Three appeals to the Supreme Court of Canada in the fall 2021 session | Bennett Jones LLP


The fall session of the Supreme Court of Canada begins now. While the tribunal will primarily hear criminal law cases, in November it will consider three cases that may be of interest to business or organizations facing civil litigation:

  • The Court will consider when an order in advance of costs can be made in Anderson and Beaver Lake Cree Nation Beneficiaries of Treaty 6 c Alberta (Attorney General), 2020 ABCA 238. The Plaintiff First Nation alleges that the federal and provincial governments violated the band’s treaty rights by improperly authorizing its lands to be used for industrial and resource development. The motions judge allowed the plaintiff’s motion for advance costs, ordering each defendant to contribute $ 300,000. The Alberta Court of Appeal allowed the appeal, holding that the plaintiff did not meet the impecuniosity requirement of the advance costs test because it had funds available, despite the funds being available. been incurred for other expenses. In particular, governments have already provided $ 7 million to $ 8 million in annual funding to the First Nation, and there was no evidence that the amount was insufficient to continue the litigation. The First Nation should argue that the Supreme Court should take into account the unique social, political and economic context of impoverished First Nations, as well as reasonable financial choices, in its assessment of upfront fees.
  • Law Society of Saskatchewan v Abrametz, 2020 SKCA 81 deals with the rejection of administrative proceedings for undue delay. In that case, the Law Society of Saskatchewan convicted the respondent lawyer of various forms of misconduct. In doing so, the Law Society denied the Respondent’s request to stay the proceedings for undue delay. The Saskatchewan Court of Appeal allowed the appeal on the timing issue, noting “a series of palpable errors”. In particular, the court ruled that the Law Society did not sufficiently explain various periods of delay of more than 32 months, causing significant prejudice to the respondent. The Court of Appeal noted that the prejudice in this case resulted from exercising in a “cloud of suspicion” and under intrusive conditions for much longer than necessary. On appeal, the Court should determine whether the standing test for dismissal for undue delay in administrative proceedings set out in Blencoe v. British Columbia (Human Rights Commission), 2000 SCC 44 should be reconsidered in light of more recent Supreme Court decisions on delays, such as R against Jordan, 2016 SCC 27 and Hryniak vs. Mauldin, 2014 SCC 7.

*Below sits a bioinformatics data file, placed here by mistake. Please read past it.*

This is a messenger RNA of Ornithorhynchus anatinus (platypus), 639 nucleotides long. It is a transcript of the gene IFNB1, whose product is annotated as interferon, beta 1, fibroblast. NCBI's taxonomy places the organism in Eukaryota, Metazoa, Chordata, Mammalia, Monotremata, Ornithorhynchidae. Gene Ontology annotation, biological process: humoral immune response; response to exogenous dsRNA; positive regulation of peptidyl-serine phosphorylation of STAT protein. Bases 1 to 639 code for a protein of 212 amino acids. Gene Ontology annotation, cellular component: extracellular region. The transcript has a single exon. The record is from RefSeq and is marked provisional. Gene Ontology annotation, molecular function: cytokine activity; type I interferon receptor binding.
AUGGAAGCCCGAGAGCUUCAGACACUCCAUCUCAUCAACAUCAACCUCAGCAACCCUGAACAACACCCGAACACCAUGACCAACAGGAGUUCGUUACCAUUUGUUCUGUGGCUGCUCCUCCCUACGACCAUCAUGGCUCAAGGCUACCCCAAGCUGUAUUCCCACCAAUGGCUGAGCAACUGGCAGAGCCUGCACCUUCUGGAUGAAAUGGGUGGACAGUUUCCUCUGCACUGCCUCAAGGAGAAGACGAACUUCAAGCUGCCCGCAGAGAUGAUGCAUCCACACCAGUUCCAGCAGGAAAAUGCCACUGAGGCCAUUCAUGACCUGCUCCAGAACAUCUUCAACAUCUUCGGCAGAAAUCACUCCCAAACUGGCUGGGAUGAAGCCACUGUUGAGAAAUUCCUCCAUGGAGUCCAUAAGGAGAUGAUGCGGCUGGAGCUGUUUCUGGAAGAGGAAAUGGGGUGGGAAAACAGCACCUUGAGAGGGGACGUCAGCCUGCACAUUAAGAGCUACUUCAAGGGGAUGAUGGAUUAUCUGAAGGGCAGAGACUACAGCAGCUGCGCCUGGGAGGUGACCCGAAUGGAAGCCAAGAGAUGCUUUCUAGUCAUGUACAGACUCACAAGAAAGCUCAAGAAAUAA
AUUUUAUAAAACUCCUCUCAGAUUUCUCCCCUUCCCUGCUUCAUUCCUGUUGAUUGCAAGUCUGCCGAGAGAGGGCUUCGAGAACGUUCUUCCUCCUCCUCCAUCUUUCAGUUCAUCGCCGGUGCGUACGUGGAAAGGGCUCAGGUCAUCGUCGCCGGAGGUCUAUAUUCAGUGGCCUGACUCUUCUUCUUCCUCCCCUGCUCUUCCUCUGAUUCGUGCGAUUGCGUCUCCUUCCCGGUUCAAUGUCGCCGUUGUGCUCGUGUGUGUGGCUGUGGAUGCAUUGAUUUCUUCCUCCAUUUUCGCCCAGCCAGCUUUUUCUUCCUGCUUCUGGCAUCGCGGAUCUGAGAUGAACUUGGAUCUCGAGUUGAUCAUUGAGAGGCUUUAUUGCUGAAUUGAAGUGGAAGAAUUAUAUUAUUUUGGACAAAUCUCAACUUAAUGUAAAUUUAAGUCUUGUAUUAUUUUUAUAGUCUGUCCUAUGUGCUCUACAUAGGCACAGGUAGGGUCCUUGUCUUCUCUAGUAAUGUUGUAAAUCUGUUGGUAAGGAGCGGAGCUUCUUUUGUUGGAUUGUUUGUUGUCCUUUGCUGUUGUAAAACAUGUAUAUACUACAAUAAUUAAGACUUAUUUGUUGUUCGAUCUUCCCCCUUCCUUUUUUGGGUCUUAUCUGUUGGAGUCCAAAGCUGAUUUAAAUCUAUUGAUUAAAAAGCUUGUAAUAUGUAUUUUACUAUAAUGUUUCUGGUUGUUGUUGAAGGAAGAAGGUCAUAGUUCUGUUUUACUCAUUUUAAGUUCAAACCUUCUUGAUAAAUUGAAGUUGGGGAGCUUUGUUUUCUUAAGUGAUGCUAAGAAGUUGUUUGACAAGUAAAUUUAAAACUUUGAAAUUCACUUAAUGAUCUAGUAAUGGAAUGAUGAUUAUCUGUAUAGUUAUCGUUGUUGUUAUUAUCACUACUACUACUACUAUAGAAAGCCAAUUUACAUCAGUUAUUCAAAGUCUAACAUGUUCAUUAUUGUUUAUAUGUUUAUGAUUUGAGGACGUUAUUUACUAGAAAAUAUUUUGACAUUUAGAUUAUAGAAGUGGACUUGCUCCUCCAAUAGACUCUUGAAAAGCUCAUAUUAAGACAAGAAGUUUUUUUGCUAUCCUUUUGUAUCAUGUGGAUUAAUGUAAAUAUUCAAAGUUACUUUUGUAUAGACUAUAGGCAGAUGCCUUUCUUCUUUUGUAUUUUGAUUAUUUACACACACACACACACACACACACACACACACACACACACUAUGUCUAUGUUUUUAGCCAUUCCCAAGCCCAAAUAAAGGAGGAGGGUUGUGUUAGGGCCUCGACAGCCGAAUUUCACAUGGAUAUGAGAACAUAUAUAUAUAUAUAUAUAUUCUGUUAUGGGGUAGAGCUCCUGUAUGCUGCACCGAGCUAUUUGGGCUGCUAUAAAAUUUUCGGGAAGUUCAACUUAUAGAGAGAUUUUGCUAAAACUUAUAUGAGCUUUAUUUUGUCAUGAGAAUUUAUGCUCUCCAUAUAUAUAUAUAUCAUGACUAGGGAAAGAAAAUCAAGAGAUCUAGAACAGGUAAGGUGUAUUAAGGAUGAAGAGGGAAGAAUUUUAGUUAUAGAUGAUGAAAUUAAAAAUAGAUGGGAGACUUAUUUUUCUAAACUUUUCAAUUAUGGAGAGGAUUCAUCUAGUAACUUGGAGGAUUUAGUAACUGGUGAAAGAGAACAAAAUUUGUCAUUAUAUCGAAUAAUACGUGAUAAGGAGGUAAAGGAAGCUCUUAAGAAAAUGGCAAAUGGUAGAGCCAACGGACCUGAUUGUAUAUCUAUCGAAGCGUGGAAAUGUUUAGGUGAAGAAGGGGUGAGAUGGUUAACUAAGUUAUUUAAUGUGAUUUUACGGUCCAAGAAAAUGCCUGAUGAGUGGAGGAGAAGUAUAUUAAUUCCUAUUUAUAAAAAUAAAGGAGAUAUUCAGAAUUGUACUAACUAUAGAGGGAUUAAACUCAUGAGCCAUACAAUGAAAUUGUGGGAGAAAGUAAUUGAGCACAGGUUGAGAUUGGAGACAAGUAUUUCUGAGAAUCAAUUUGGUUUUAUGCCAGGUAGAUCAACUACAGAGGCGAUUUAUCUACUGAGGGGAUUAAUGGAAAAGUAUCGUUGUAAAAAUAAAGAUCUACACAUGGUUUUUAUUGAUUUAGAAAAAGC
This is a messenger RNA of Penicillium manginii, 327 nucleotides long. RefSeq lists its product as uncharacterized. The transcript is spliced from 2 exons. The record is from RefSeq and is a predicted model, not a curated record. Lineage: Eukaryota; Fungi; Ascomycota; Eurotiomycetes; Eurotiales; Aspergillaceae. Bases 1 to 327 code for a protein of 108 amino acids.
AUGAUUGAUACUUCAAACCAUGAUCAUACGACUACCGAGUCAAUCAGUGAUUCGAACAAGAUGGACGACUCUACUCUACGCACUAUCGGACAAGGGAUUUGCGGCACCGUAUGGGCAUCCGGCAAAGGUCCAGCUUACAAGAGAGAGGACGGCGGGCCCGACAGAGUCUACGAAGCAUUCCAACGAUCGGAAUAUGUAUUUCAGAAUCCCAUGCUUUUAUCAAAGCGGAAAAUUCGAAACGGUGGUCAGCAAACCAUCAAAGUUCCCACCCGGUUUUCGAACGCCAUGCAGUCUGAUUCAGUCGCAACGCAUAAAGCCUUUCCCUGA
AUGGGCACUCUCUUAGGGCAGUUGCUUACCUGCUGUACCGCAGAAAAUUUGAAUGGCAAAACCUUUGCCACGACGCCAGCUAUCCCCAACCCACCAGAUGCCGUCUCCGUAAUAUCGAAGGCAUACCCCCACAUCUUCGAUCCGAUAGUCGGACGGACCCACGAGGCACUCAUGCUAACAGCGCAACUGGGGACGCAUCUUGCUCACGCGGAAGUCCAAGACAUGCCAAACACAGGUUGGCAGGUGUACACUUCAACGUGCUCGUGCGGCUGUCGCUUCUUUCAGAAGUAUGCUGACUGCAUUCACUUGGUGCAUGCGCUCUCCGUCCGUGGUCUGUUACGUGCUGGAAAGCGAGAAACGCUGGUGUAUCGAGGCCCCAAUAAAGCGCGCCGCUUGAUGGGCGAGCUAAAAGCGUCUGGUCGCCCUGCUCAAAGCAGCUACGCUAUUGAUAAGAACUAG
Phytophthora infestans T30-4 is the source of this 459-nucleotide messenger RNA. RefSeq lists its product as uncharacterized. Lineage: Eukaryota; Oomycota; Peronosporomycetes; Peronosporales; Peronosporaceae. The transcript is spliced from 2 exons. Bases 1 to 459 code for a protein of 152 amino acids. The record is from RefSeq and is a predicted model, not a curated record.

• Attorney General of British Columbia v. Council of Canadians with Disabilities, 2020 BCCA 241 deals with standing to act in the public interest. The Council of Canadians with Disabilities and two individual applicants have filed a complaint alleging that the provisions of the British Columbia law Mental Health Act and the related regulations are unconstitutional. The two individual claimants withdrew their claims and the Board filed an amended statement to continue the litigation. The trial judge allowed the defendant’s summary judgment request, finding that the Council had no standing to act in the public interest to hear the request on its own. The Court of Appeal allowed the appeal and set aside the summary judgment, ruling that the motion judge erred in concluding that there was no serious justiciable issue because “a challenge to constitutionality of a law is always justiciable ”and that the contested law affects all members of a defined and identifiable group. On appeal, the Supreme Court must explain how to weigh the relevant factors in the absence of any particular personal factual background.


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